Our sister called us on Jan. 28, telling us it was time to come home. Our mother had suffered a stroke. Death was imminent. From Maine and parts of Massachusetts, we headed to Cape Cod. Hospice had arrived. Our beloved caretaker was there, stroking our mother’s hand, whispering words of comfort. We circled her bed, grateful she was able to be in the quiet of her own bedroom. “Let me die in my home,” she always told us.

Barbara Sullivan spent the days before her mother’s death on Cape Cod, where she and her sisters and brother cared for their mother, shared memories and prepared to say goodbye. KieferPix/Shutterstock.com

Over the next five days we were often found sitting at the kitchen table together, telling childhood stories of growing up. Caretakers and hospice had our backs. Our main job was to be there together as siblings. “She’s on a journey,” hospice told us. “Check on her, speak to her softly, but let her find her way home.”

We pored over photos, so many it was daunting. Each one of us had a box with our name on it. We carefully filled each one with treasured memories. We called the funeral home to make arrangements. Together we made decisions. Sometimes we cried, but laughter and storytelling carried us through each waiting day. We worked together: changing her, giving her the nighttime medication to keep her comfortable, swabbing her lips to keep them moist. We believed she knew we were there, all four of us.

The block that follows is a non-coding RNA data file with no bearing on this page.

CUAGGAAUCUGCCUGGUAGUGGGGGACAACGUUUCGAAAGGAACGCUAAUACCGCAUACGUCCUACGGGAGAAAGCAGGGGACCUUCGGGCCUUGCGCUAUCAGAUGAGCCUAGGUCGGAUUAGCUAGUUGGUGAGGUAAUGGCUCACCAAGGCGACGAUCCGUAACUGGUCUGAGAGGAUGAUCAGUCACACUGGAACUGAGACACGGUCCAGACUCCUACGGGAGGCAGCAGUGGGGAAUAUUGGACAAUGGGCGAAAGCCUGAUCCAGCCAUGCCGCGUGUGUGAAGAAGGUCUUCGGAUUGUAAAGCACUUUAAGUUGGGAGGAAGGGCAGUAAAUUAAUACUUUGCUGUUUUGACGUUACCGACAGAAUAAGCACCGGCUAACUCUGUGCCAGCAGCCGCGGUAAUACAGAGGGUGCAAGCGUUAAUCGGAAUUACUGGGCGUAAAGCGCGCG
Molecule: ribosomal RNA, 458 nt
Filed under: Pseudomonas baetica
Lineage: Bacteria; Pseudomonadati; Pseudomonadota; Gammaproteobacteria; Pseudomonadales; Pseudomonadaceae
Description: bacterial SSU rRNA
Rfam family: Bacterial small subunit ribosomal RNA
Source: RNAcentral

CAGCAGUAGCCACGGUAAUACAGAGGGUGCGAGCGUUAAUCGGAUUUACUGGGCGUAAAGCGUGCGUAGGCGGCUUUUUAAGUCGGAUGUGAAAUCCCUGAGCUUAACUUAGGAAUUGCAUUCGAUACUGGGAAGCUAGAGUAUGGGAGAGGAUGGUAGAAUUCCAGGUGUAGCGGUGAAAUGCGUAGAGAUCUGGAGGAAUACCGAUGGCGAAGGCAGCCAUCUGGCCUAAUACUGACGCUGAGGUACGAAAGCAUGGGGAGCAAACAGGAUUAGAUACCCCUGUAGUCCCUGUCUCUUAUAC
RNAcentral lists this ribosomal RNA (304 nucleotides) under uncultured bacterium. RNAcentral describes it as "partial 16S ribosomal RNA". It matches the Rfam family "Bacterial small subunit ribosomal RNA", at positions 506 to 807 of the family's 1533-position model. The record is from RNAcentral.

On the sixth day, our mother died. None of us were in the room. All of us were at the kitchen table telling yet another story. Even the caretaker sat with us, laughing at the family history of our childhood memories. At some point that day, our brother whispered to our mom that it was OK to leave, she had done a good job, we would all be fine. The youngest went to check on her. She had finally passed. We were called to the bedroom. Even when you know death is coming, it is still a shock when it arrives. We circled her bed, took one another’s hand, bowed our heads and said a prayer. One more time, we told her we loved her. We kissed her head and said goodbye. She was 99.

The oldest of us went to the kitchen. She prepared dinner. We sat at the kitchen table. There were still stories to tell and tears to be shed, but most importantly, we had that evening of quiet time to share the love we are blessed to have as siblings.

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